Officials worried farm bill may hurt food programs
With a $140 billion farm bill soon to be addressed by Congress, local officials are worried talk on Capitol Hill suggests welfare reform will put a target on nutritional programs such as Supplemental Nutrition Assistance Programs, Woman Infant and Children and school lunches.
As a major part of the U.S. Department of Agriculture’s budget, advocates for the bill are concerned these programs will be the first to receive cuts.
Randy Gooch, public health director at the Jessamine County Health Department, said, according to Kentucky Kids Count, almost 20 percent of Jessamine County children live in food insecure households. That number, he said, is also similar to the number of children living in poverty, which is about 24 percent.
“We certainly are always concerned about food insecurities among our citizens as good nutrition provides a foundation for a healthy physical and mental well-being,” Gooch said. “This is certainly the foundational reason for continued support of the federal SNAP and WIC programs which aim to reduce the food insecurities that exist in our communities. … It is important we meet the needs of food insecurity issues as a society as many children and older adults face these challenges daily.”
However, James Weill, president of the Food Research and Action Center, said the SNAP program and other food assistance plans make up 70 percent of the USDA budget.
“There seems to be a difference of opinion between House Speaker (Paul) Ryan and Senate Majority Leader (Mitch) McConnell about whether they’re going to do welfare reform. Ryan wants to, and McConnell doesn’t, which sets a tone and a path that would affect the farm bill,” Weill said in a prepared statement.
With the recent tax bill suggested to make a $1.5 trillion deficit to the federal budget, Weill said Republicans are looking to shrink what he calls “entitlement” programs.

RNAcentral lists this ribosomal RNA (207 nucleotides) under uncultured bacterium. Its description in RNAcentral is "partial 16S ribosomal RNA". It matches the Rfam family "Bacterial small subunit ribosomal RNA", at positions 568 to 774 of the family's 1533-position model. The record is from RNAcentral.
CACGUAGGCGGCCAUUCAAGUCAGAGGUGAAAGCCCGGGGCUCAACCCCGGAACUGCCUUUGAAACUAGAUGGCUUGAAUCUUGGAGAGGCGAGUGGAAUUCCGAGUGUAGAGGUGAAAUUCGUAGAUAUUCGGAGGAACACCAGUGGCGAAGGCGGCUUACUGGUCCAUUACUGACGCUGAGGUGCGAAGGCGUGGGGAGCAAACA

“Agriculture committees have reasonably broad, bipartisan support for leaving the SNAP program largely alone, and not fixing the real problems, like benefits aren’t enough to get people through the month,” Weill said. “SNAP reaches into every community in America in a fundamentally important way. Not only is SNAP profoundly important to the economy and the anti-hunger effort, but a lot of the stereotypes of who it is going to and how it affects communities are not quite right.”
Karen Fallon, who manages the WIC program in Jessamine County, said she believes many Americans will be harmed, and the nation will see an increase in hunger and food insecurity which will result in worsened health and educational outcomes.
Fallon also said she believes high health costs could be associated with the farm bill.
“There have been many studies suggesting that food insecurity among children has adverse health effects, including increased rates of iron-deficiency anemia, acute infection, chronic illness and developmental and mental health problems,” Fallon said. “Hunger and health are deeply connected.”
Patrice Jones, director of school community and public relations for Jessamine County Board of Education, said the school system has yet to receive any information stating changes to the USDA’s National School Lunch (NSL) program, which was established in 1946. The program offers students across the country nutritional low-cost or free meals.
“The NSL program offers crucial assistance for JCS families, currently benefiting the 54.5 percent of our students qualifying for free and reduced-priced meals,” Jones said. “USDA programs, including NSL, School Breakfast, After-School Snack and Summer Food Service, provide students with a safety net and accessible quality nutrition.”
Although Gooch said participation in programs in Jessamine County has declined since 2013, he feels it is important to meet the challenge of food insecurity as a society as many children and adults face these issues daily.
“Since we don’t know what will be included in the farm bill yet, it’s difficult to state what impact might come to Jessamine County,” Gooch said. “I think it’s very important we focus on how policy can encourage nutritional education and more affordable nutritious food options which encourage a reduction in the amount of sugary, fatty, processed foods accessed by the SNAP program.”
The Jessamine County School District will host a public forum at 5 p.m. Jan. 22, at the JCS Central Office, located at 871 Wilmore Road for discussion of the improvement of school nutrition services and physical activities in Jessamine Schools. All are welcome and public feedback is invited.
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